Why Is Veganism on the Rise?

Why Is Veganism on the Rise?

From “bleeding” burgers to macaroni cheese to sausage rolls, everywhere you look right now, all of these items — previously laden with animal products — seem to have the word “vegan” in front of them.

If you walk into a restaurant, it’s more possible than ever before that you’ll see items clearly marked with “ve;” and on your weekly shop, you’re likely to see several products marketed as plant-based or dairy-free.

If you asked for vegan food 20, 10, or even five years ago, you’d be met with surprise or even an eye-roll. Vegans were once stereotypically thought of as hippies, pictured sitting around eating nothing but lettuce in flower crowns. Fast forward to 2019, and times have changed. Times have really, really changed.

Ask for the vegan menu these days and it’s quite plausible your server will eagerly hand you a card packed with veggie burgers, dairy-free pasta, quinoa bowls, and if you’re lucky, some vegan dessert too. But why the sudden shift toward meat-free and plant-based foods? Has everyone become suddenly radical in their views? The likeliest answer to that is no, but they have become more open to change.

The Rise of Flexitarianism

More people identify as flexitarian than ever before

To follow a flexitarian lifestyle means to reduce — but not completely eliminate — your intake of animal products. Instead of the traditional meat and two veg, nowadays, more people are opting for plant-based foods on weeknights and saving the meaty dishes for the weekend.

In Australia and New Zealand, flexitarian lifestyles are continuously rising in popularity, driven by more choice of vegan restaurants than ever before. In the UK, a recent study by supermarket chain Sainsbury’s revealed that 91 percent of Brits now identify as flexitarian.

“We’re seeing increasing demand for plant-based products,” said Rosie Bambaji, a plant-based buyer at Sainsbury’s. “With the unstoppable rise of ‘flexitarianism’ in the UK, we are exploring further ways to make popular meat-free options more accessible.”

Innovation in Vegan Food

Vegan Beyond Burgers “bleed” like their beef counterpart | image/Beyond Meat

One of the reasons more and more people are reducing their intake of animal products is because the range of alternatives on offer is significantly larger — and more appealing — than it has ever has been before.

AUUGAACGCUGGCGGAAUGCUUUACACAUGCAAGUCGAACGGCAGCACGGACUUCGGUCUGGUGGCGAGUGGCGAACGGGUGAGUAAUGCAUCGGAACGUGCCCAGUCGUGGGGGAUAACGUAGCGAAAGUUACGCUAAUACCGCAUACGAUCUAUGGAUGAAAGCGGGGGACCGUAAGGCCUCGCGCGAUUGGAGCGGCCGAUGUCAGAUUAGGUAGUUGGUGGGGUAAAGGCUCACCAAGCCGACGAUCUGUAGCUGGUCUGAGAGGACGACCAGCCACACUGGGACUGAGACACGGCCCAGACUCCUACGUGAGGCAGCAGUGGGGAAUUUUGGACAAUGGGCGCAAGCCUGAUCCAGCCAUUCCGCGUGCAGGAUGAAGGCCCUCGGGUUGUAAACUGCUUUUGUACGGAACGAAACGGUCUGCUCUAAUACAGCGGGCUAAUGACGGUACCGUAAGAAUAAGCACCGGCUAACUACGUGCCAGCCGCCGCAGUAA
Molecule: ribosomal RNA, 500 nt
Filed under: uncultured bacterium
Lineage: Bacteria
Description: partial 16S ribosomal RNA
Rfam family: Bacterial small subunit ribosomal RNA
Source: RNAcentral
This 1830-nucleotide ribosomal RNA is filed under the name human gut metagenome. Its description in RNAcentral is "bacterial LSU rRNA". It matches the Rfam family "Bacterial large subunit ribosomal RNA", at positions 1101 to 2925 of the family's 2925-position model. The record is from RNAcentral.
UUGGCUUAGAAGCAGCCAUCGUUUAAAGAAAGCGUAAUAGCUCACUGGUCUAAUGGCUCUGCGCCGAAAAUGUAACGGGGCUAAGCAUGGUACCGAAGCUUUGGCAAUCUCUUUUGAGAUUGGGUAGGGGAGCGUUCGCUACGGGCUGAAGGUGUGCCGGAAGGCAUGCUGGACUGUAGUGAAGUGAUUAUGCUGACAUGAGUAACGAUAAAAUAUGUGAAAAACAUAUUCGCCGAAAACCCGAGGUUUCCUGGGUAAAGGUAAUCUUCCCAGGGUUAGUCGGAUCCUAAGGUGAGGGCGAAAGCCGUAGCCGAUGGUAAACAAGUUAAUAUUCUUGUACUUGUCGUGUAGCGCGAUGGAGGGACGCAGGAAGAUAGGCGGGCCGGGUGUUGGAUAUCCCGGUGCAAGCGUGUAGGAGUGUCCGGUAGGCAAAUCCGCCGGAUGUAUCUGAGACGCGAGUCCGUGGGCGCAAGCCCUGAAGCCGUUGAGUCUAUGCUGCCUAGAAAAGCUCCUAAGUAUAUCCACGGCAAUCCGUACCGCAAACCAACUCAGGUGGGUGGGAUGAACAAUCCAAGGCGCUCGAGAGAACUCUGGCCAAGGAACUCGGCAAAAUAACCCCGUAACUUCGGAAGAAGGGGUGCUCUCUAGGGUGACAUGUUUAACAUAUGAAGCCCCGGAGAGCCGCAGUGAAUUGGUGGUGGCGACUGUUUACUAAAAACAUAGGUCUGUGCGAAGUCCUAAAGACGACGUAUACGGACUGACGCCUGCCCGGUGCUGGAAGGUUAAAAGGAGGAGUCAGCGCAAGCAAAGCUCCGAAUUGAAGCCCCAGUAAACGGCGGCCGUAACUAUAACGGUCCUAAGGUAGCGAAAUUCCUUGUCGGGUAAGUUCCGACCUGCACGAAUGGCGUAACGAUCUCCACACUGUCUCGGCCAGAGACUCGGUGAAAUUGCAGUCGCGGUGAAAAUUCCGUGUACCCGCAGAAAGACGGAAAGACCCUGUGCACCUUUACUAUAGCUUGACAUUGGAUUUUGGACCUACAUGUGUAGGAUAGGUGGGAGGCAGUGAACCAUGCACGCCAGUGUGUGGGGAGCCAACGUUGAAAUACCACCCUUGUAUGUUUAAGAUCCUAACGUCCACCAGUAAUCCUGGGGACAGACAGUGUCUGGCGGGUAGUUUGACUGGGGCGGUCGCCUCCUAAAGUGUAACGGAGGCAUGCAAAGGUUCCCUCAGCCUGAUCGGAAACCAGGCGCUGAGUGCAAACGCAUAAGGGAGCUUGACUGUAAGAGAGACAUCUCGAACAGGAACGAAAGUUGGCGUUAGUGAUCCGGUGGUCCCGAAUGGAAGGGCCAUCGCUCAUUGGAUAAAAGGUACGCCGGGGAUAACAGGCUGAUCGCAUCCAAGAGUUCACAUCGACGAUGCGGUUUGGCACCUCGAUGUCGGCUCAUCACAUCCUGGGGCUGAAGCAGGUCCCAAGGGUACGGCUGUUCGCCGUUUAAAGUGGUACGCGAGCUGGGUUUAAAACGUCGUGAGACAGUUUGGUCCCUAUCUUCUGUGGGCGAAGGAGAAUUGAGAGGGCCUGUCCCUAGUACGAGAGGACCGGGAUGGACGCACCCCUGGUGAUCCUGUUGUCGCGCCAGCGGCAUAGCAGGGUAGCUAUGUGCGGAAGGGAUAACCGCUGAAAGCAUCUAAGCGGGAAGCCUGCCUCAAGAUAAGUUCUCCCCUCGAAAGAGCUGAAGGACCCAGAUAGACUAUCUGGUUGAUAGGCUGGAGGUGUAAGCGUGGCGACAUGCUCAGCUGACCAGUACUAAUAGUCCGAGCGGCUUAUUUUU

It’s not just all about tofu and broccoli any more (although these foods, of course, have their place). We now have an ever-growing range of vegan “bleeding” burger options — looking at you Beyond Meat, Impossible Foods, Quorn, and Moving Mountains. Made from ingredients such as soy, pea, or mycoprotein, they’re the closest to the real thing we’ve ever had; each with a strikingly similar appearance, taste, and texture to traditional beef burgers.

Pubs up and down the UK feature the Moving Mountains B12 Burger and the Beyond Burger, and Burger King was so impressed with Impossible Foods’ Impossible Burger it added it to the menu in the form of an Impossible Whopper, which is set to roll out across the U.S. later this year.

But innovation isn’t just limited to burgers. Quorn recently took the UK by storm with its vegan sausage roll filling for bakery chain Greggs; the pastry became the chain’s best-selling new menu item, helping to push sales above £1 billion.

Every day there is seemingly more on offer; from JUST vegan eggs, to creamy vegan Oatly milk, to Sophie’s Kitchen fish-free salmon and prawns. Thanks to Quorn and Gardein, realistic vegan chicken products line supermarket shelves and many consumers are unable to tell the difference between a real chicken nugget and a plant-based one.

Why is Demand for Vegan Food Growing?

Aside from innovation, another fundamental reason behind the growth of the vegan food market is rising consumer awareness of the health consequences of eating animal products, as well as the ethical and environmental impact of animal agriculture.

Vegan for Health

More people are eating plant-based foods for health reasons

According to a study from earlier this year, nearly 114 million Americans are intending to eat more vegan food for health reasons. Research has linked the consumption of animal products with serious health conditions, including diabetes, heart disease, and cancer.

Eating three rashers of bacon a week could increase your risk of developing bowel cancer by 20 percent, according to one study. And consuming red meat, in general, could increase the risk of heart disease up to 1000 percent more than consuming solely plant-based foods.

Dairy has also been named as a carcinogen by some medical experts, including Kristi Funk, a Beverly Hills breast surgeon. Funk has treated a number of high profile patients, including Angelina Jolie, Sheryl Crow, and Ellen Pompeo.

“When I delved into the literature regarding food, I was literally shocked,” she told the Sunday Times last year. “It is crystal clear that the body’s cellular response to animal protein and fat is nothing but dangerous.”